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    Aims Due to concurrent variations of multiple factors influencing soil heterotrophic respiration (Rh), it is difficult to determine the responses of Rh to changes in individual factors and their interactive effects under field conditions. In this study, we conducted a laboratory incubation experiment with controlled temperature and water levels to determine the responses of Rh to changes in soil temperature and moisture using soil samples collected from an Stipa krylovii (Stipa sareptana var. krylovii) grassland in Nei Mongol.
    Methods The incubation experiment consisted of five temperature treatments (9, 14, 22, 30, and 40 °C) and five water treatments (20%, 40%, 60%, 80%, and 100% of water holding capacity (WHC)), with a full factorial arrangement. We measured Rh at an interval varying from every two days to once a week, and soil dissolved organic carbon (DOC) and microbial biomass carbon (MBC) at an 18-day interval during the 71 days of incubation period.
    Important findings The results showed that Rh differed significantly among different temperature treatments (p < 0.001) and was positively related to temperature (p = 0.001); the temperature sensitivity of Rh (Q10) also increased with increasing moisture level. The relationship between Rh and water was best fitted using quadratic equations, and the optimal moisture condition increased when temperature rose. There existed significant interactions between soil temperature and moisture (p < 0.001) and their interactions could be best fitted using the function lnRh = 0.914 + 0.098T + 0.046M + 0.001TM – 0.002T2 – 0.001M2, it suggested that the models in additive form could explain the Rh response better than those in multiple form. Our results also showed that the relationship between Rh and MBC varied during incubation, and DOC was not significantly related to Rh (except for the 20th incubation day), suggesting that microbial turnover and community transformation could lead to the changes of gross microbial activity.

    Predictions of potential geographical distribution of Sinopodophyllum hexandrum under climate change
    GUO Yan-Long, WEI Hai-Yan, LU Chun-Yan, ZHANG Hai-Long, and GU Wei
    Chin J Plan Ecolo. 2014, 38 (3):  249-261.  doi:10.3724/SP.J.1258.2014.00022
    Abstract ( 834 )   PDF (780KB) ( 1666 )   Save
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    Aims Specific information on geographic distribution of a species is important for its conservation. This study was conducted to determine the potential geographic distribution of Sinopodophyllum hexandrum, which is an endangered plant used in traditional Tibetan medicine, and to predict how climate change would affect its geographic range.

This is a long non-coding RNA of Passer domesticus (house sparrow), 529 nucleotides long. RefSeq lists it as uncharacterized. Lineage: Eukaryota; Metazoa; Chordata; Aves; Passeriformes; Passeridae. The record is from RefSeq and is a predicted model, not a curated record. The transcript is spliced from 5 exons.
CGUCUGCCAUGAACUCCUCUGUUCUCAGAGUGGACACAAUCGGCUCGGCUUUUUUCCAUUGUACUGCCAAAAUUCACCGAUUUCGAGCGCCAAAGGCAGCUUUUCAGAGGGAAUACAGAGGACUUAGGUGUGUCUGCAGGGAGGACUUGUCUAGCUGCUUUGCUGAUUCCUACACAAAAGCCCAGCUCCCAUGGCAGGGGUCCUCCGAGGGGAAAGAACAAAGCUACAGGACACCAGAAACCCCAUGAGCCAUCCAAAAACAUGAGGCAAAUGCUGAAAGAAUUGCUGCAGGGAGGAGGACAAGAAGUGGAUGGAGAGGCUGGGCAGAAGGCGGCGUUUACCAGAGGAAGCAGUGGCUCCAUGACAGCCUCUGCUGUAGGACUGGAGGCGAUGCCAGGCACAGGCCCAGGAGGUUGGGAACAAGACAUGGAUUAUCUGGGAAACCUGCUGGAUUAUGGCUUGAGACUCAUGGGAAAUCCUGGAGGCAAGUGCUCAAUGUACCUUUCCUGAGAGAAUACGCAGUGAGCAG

Methods The potential geographic distribution of S. hexandrum under the current conditions in western China was simulated with MaxEnt software based on species presence data at 136 locations and 21 climatic variables. The future distributions of S. hexandrum were also projected for the periods 2020s, 2050s and 2080s under the climate change scenarios of A1B, A2 and B1 described in the Special Report on Emissions Scenarios (SRES) of IPCC (Intergovernmental Panel on Climate Change).
    Important findings Results showed that mean temperature of the warmest quarter, annual precipitation, temperature seasonality, and isothermally were the four dominant climatic factors influencing the geographic distribution of Sinopodophyllum hexandrum. For the entire region of the seven provinces in western China, 11.71% of the areas were identified as suitable habitats, 15.86% as marginally suitable habitats, and 72.43% as, unsuitable habitats. The suitable habitats are mainly located in Sichuan, Gansu, Qinghai in the eastern edge of Qinghai-Xizang Plateau, and in areas with rich secondary vegetation and complex terrain in high altitudes. The model simulations indicated that the marginally suitable habitats would have a relatively small change under the climate change scenarios of SRES-A1B, SRES-A2 and SRES-B; whereas the suitable habitats would initially decrease by 2020s, followed by a trend of moderate increased thereafter. The average elevation of suitable habitats would be increased, and both the distributional range and the center of distribution would shift northward first, and then move west to the higher altitudes in mountainous areas of Qinghai-Xizang Plateau.

    Impact of climate change on suitable distribution range and spatial pattern in Amygdalus mongolica
    MA Song-Mei, NIE Ying-Bin, GENG Qing-Long, and WANG Rong-Xue
    Chin J Plan Ecolo. 2014, 38 (3):  262-269.  doi:10.3724/SP.J.1258.2014.00023
    Abstract ( 629 )   PDF (478KB) ( 1191 )   Save
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    Aims Our objective was to simulate and predict the impact of climate change on potential distribution in the relic and endangered Amygdalus mongolica, hence providing scientific basis for understanding the evolution and protection of this species.
    Methods Maximum entropy (MAXENT) model was employed to simulate, forecast, compare, analyze, and reveal the changes in the distribution range and spatial pattern in the relic and endangered A. mongolica at the Last Glacial Maximum (based on Community Climate System Model and the Model for Interdisciplinary Research on Climate), and under the historical (1961–1990) and future climate conditions (2020, 2050 and 2080, all based on the Intergovernmental Panel on Climate Change (IPCC) and Special Report on Emissions Scenarios A2A). The accuracy evaluation of repeat models of A. mongolica, and the average probability of occurrence and standard deviation based on repeat models were analyzed with the spatial analysis methods in the ArcGIS10.0.